Los Angeles Opera in 2004 unveiled Robert Wilson’s concept production of Puccini’s “Madama Butterfly”, incorporating the ideas from a previous Wilson “Butterfly” created a decade earlier for Opera National de Paris. In the subsequent L. A. season, Wilson’s thoughts on Wagner’s “Parsifal” introduced in Hamburg in the early 1990’s were the basis for another new Los Angeles Opera production.
With more than casual homage to the rules and conventions of classical Japanese theater, Wilson’s “Butterfly” and “Parsifal” proved controversial in Los Angeles, as elsewhere. Yet, even among the productions’ detractors, there was usually the feeling that Wilson was no “Jack the Ripper” concept director out to shock audiences. Even those who could not agree with his approach could concede that there was an underlying rationale for his unique approaches to staging opera.
For the sesquicentennial of Puccini’s birth, L. A. revived its production and secured Liping Zhang, the Beijing (and Vancouver)-trained soprano who had performed in a revival of Wilson’s interpretation in Paris four years earlier, for six of the seven scheduled L. A. performances. With persons whose opinion I value split on Wilson’s “Butterfly” ideas (as they were on his “Parsifal”), I journeyed to the Dorothy Chandler Pavilion to see what the shouting was about.
The shouting turned out to be bravos for an extraordinary performance. Even though I had expressed reservations about Wilson’s spellbound “Parsifal”, I found myself unreservingly enthusiastic about Wilson’s spellbinding “Butterfly”.
[Below: Butterfly (Liping Zhang) with Lieutenant Pinkerton (Franco Farina); edited image, based on Robert Millard photograph, courtesy of Los Angeles Opera.]
Notes on the Performance
The Wilson stage sets for boths Acts I and II are minimalist. The principal Act I feature is a curving stone path across the floor of the stage. Act II is basically the flooring of the house in which Butterfly resides, for which there are no walls and only the sparsest of furnishings. In fact, there are no structures, other than a wall-sized screen in mid-stage onto which are projected colors, which might include orange mixed with red, or, later, shades of blue, depending on the mood.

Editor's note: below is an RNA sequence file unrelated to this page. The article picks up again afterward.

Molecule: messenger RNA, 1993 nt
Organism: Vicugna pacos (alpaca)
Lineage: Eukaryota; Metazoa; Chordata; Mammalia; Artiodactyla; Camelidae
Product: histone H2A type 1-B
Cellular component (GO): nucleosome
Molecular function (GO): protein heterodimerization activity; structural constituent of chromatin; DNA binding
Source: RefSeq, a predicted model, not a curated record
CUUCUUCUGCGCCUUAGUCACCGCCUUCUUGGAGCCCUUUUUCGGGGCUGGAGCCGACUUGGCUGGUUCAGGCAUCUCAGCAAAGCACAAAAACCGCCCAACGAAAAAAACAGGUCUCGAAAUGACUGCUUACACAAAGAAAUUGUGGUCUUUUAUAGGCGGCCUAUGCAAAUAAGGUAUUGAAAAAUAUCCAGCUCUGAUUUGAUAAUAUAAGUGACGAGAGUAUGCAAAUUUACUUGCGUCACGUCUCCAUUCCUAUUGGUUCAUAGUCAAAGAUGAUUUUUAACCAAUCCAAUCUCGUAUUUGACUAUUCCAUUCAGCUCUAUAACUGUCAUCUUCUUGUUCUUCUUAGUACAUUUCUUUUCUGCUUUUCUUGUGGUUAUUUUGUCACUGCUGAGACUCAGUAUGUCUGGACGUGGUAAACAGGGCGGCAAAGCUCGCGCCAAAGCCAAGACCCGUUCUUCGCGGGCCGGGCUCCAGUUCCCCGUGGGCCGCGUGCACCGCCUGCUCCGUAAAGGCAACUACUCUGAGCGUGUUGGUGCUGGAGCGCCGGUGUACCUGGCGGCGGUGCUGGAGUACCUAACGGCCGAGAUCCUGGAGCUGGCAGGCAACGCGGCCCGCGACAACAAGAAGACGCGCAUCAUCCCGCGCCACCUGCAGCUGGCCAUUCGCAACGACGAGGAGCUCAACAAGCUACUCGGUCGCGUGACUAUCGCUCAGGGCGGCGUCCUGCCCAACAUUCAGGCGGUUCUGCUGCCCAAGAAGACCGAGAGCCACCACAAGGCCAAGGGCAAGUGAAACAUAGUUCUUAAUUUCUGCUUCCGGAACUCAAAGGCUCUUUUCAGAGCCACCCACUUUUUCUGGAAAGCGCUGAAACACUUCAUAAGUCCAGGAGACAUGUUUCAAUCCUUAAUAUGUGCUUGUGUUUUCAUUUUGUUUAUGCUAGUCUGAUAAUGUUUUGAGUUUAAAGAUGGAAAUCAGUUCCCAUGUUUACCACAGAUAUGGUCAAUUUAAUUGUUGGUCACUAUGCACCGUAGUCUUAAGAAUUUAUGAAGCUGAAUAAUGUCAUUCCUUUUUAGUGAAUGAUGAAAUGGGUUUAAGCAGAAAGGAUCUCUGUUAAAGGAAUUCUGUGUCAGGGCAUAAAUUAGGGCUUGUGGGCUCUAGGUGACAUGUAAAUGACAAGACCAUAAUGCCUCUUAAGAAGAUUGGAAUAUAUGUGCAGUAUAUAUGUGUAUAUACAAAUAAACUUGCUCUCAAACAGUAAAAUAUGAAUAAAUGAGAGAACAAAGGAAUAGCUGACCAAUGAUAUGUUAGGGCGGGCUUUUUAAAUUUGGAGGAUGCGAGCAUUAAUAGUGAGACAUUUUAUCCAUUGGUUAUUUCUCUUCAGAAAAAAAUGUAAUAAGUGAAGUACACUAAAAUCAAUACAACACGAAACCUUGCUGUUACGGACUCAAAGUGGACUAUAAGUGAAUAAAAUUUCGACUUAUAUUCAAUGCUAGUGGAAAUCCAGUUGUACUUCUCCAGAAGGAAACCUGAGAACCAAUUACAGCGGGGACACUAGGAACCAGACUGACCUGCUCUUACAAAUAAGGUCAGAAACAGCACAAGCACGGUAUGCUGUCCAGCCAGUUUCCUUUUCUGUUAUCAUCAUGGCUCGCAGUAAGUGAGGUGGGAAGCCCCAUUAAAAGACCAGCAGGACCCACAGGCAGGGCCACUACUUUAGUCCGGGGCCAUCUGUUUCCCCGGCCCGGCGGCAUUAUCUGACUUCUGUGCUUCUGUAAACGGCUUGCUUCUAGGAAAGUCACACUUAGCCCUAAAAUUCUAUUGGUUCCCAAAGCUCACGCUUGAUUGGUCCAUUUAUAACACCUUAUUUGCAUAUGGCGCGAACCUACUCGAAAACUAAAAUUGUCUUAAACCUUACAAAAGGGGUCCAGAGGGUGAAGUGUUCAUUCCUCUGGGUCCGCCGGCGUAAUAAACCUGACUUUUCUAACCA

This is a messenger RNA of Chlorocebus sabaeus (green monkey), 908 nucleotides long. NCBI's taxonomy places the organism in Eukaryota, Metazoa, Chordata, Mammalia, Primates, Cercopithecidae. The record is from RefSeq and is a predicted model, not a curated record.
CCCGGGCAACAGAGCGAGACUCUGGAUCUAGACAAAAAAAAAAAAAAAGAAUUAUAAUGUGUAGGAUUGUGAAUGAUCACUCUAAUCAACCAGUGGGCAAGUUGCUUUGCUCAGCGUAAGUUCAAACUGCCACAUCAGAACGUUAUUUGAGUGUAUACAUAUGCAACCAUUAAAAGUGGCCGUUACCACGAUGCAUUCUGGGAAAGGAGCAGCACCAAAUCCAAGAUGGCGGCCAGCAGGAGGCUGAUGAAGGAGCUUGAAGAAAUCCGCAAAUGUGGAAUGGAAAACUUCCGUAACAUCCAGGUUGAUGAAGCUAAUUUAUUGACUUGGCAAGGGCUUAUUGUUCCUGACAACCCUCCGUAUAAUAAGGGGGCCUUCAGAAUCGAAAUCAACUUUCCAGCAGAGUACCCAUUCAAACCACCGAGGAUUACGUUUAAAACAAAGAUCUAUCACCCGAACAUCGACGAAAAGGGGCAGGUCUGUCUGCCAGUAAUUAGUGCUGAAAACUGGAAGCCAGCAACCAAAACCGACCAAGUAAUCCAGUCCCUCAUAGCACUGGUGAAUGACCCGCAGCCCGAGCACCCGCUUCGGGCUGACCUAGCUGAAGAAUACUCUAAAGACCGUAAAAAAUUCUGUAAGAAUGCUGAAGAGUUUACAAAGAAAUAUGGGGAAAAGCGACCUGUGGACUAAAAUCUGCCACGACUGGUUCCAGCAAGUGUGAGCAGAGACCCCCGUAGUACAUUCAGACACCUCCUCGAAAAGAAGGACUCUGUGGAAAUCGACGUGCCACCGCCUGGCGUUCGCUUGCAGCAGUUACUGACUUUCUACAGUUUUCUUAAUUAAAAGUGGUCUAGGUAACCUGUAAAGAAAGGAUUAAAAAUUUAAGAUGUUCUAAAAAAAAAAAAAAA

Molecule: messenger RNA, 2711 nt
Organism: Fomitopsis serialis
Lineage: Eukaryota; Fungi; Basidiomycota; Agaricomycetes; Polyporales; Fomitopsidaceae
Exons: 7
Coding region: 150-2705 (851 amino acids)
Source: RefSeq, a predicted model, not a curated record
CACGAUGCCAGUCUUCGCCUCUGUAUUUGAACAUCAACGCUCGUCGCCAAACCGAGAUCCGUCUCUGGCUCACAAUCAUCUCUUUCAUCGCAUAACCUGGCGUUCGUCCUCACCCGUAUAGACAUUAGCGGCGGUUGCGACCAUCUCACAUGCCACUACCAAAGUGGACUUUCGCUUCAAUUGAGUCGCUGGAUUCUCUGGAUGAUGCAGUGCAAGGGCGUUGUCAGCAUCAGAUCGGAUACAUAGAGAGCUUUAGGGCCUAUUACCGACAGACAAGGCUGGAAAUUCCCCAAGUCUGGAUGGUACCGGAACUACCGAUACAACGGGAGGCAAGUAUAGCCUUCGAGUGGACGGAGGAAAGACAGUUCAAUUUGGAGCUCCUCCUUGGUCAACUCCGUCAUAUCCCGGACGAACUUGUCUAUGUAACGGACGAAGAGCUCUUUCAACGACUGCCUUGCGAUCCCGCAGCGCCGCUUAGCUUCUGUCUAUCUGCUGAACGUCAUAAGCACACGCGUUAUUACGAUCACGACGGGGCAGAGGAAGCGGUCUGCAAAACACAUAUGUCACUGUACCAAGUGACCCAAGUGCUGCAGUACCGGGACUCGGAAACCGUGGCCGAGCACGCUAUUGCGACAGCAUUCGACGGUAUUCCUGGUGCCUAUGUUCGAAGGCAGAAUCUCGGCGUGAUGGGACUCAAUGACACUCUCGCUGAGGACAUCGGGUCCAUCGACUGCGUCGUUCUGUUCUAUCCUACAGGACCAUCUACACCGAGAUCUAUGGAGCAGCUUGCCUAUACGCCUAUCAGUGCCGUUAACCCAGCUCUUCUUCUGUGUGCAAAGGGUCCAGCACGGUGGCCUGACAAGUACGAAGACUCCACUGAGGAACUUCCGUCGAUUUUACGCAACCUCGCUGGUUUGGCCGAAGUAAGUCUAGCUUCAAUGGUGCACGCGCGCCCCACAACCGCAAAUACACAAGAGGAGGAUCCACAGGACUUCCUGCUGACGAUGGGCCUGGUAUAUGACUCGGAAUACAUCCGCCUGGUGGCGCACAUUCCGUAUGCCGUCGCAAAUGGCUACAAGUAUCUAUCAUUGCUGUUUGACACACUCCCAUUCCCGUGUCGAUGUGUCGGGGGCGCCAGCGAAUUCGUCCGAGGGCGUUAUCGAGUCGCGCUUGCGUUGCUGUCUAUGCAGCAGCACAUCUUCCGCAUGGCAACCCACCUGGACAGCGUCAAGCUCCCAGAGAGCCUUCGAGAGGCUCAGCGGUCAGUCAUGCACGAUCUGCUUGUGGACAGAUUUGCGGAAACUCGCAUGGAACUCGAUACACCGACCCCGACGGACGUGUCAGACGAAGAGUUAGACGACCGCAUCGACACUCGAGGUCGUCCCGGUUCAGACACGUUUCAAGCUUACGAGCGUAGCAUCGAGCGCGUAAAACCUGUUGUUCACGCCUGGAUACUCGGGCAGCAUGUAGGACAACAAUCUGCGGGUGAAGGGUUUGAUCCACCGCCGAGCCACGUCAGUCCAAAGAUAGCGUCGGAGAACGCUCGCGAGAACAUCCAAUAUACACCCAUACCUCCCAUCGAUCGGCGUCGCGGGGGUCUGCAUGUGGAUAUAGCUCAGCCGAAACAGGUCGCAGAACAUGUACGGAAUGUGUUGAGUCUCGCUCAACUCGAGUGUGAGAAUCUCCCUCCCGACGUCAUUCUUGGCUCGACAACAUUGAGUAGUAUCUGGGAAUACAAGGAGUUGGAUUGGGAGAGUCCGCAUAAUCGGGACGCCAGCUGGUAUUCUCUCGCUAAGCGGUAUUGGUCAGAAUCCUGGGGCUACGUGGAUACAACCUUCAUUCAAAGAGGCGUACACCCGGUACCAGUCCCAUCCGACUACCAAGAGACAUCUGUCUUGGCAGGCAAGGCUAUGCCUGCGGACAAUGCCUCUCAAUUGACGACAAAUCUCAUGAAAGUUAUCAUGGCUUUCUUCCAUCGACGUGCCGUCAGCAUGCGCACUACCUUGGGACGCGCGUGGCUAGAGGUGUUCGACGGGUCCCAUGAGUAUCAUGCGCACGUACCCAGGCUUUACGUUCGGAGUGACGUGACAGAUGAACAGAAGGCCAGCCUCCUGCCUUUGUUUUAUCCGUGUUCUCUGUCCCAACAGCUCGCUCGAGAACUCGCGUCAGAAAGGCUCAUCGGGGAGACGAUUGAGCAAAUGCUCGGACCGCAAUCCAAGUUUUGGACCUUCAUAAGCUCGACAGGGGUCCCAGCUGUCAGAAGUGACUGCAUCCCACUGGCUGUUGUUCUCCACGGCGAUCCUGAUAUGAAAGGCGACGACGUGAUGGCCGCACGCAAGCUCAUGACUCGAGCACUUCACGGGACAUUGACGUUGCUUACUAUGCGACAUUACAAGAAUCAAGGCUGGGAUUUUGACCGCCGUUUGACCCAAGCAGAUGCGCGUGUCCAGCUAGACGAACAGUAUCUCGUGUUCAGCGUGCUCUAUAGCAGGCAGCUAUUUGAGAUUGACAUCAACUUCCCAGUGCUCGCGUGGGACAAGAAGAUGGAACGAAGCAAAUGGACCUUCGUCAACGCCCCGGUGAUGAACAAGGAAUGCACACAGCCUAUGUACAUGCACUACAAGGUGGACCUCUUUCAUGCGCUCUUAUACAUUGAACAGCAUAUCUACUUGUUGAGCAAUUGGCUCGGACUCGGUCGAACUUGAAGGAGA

Franco Farina appears as Pinkerton in a white robe, with Keith Jameson in a black costume as Goro. When Stephen Powell, the Sharpless, arrives, his robe is grey. The robes worn by Pinkerton and Sharpless wrap around their bodies but each has a fold like a turn of the 20th century American jacket lapel.
Presenting the Americans B. F. Pinkerton and Sharpless (and later Kate Pinkerton) as Japanese abstractions does impact the story. No longer is the emphasis of the first scene on Pinkerton’s desire to “go Native” on his shore leave during the extended times the Abraham Lincoln is apparently required to sit in Nagasaki harbor.
Nor is the focus on Pinkerton’s enlistment of Goro to find the right home and woman for his diversions ashore, and the cautioning of Pinkerton’s behavior by the American consul. Pinkerton in the Wilson conception seem to be a generalized bogeyman and Sharpless an elemental spirit that cries out warnings.
This website contains reviews, cited below, of the performances of both Farina (2006) and Powell (2008) in their respective roles in the far more traditional San Francisco Opera production.
Farina proved able to perform creditably even when standing in the austere poses that Wilson requires. Powell, whom this reviewer commended for a nicely sung Sharpless, acted with appropriate gravitas last December in San Francisco, performed well in Los Angeles also, and sings the first three performances. (Vladimir Chernov performs the final four).
[Below: Keith Jameson is Goro; edited image, based on Robert Millard photograph, courtesy of Los Angeles Opera.]